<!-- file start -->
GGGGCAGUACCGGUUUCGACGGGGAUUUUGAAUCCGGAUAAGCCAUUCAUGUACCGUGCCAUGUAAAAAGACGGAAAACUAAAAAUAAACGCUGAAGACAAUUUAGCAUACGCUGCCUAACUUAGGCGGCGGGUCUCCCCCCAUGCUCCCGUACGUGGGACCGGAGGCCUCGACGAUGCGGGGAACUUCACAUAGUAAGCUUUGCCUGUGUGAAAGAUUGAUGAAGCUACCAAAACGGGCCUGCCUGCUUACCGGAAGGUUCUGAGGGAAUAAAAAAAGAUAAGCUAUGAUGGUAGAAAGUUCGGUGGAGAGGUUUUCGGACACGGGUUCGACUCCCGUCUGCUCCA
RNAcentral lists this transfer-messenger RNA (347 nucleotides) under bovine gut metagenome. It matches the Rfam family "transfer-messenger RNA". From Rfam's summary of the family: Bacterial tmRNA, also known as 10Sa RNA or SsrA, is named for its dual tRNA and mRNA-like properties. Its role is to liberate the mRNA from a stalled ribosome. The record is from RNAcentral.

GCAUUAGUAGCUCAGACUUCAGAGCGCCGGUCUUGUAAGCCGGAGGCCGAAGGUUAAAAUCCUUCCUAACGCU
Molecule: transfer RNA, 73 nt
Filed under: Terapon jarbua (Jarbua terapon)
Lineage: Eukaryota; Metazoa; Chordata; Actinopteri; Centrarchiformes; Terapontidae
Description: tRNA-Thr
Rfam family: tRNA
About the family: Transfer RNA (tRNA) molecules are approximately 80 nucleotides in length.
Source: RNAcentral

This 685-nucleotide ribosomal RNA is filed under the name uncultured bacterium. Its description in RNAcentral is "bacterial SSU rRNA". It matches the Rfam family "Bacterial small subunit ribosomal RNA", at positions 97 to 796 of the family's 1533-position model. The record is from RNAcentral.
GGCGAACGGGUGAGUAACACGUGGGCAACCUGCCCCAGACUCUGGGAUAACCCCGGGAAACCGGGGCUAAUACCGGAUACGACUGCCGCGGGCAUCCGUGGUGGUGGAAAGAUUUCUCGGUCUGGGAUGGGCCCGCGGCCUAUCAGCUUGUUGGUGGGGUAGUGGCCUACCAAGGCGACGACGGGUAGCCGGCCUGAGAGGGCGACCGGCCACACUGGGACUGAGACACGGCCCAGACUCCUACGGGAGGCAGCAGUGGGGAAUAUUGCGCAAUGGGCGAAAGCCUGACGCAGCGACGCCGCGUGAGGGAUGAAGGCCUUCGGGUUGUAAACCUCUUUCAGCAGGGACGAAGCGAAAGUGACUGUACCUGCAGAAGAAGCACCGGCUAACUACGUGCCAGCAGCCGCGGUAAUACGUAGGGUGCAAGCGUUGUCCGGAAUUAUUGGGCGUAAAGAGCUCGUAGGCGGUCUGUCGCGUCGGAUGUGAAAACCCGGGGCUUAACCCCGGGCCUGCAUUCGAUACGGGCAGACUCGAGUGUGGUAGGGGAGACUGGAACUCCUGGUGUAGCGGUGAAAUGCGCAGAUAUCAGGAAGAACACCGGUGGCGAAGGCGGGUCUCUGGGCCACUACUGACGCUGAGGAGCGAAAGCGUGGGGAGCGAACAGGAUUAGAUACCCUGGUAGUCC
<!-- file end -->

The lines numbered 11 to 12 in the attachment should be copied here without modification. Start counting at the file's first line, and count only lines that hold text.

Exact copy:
This 685-nucleotide ribosomal RNA is filed under the name uncultured bacterium. Its description in RNAcentral is "bacterial SSU rRNA". It matches the Rfam family "Bacterial small subunit ribosomal RNA", at positions 97 to 796 of the family's 1533-position model. The record is from RNAcentral.
GGCGAACGGGUGAGUAACACGUGGGCAACCUGCCCCAGACUCUGGGAUAACCCCGGGAAACCGGGGCUAAUACCGGAUACGACUGCCGCGGGCAUCCGUGGUGGUGGAAAGAUUUCUCGGUCUGGGAUGGGCCCGCGGCCUAUCAGCUUGUUGGUGGGGUAGUGGCCUACCAAGGCGACGACGGGUAGCCGGCCUGAGAGGGCGACCGGCCACACUGGGACUGAGACACGGCCCAGACUCCUACGGGAGGCAGCAGUGGGGAAUAUUGCGCAAUGGGCGAAAGCCUGACGCAGCGACGCCGCGUGAGGGAUGAAGGCCUUCGGGUUGUAAACCUCUUUCAGCAGGGACGAAGCGAAAGUGACUGUACCUGCAGAAGAAGCACCGGCUAACUACGUGCCAGCAGCCGCGGUAAUACGUAGGGUGCAAGCGUUGUCCGGAAUUAUUGGGCGUAAAGAGCUCGUAGGCGGUCUGUCGCGUCGGAUGUGAAAACCCGGGGCUUAACCCCGGGCCUGCAUUCGAUACGGGCAGACUCGAGUGUGGUAGGGGAGACUGGAACUCCUGGUGUAGCGGUGAAAUGCGCAGAUAUCAGGAAGAACACCGGUGGCGAAGGCGGGUCUCUGGGCCACUACUGACGCUGAGGAGCGAAAGCGUGGGGAGCGAACAGGAUUAGAUACCCUGGUAGUCC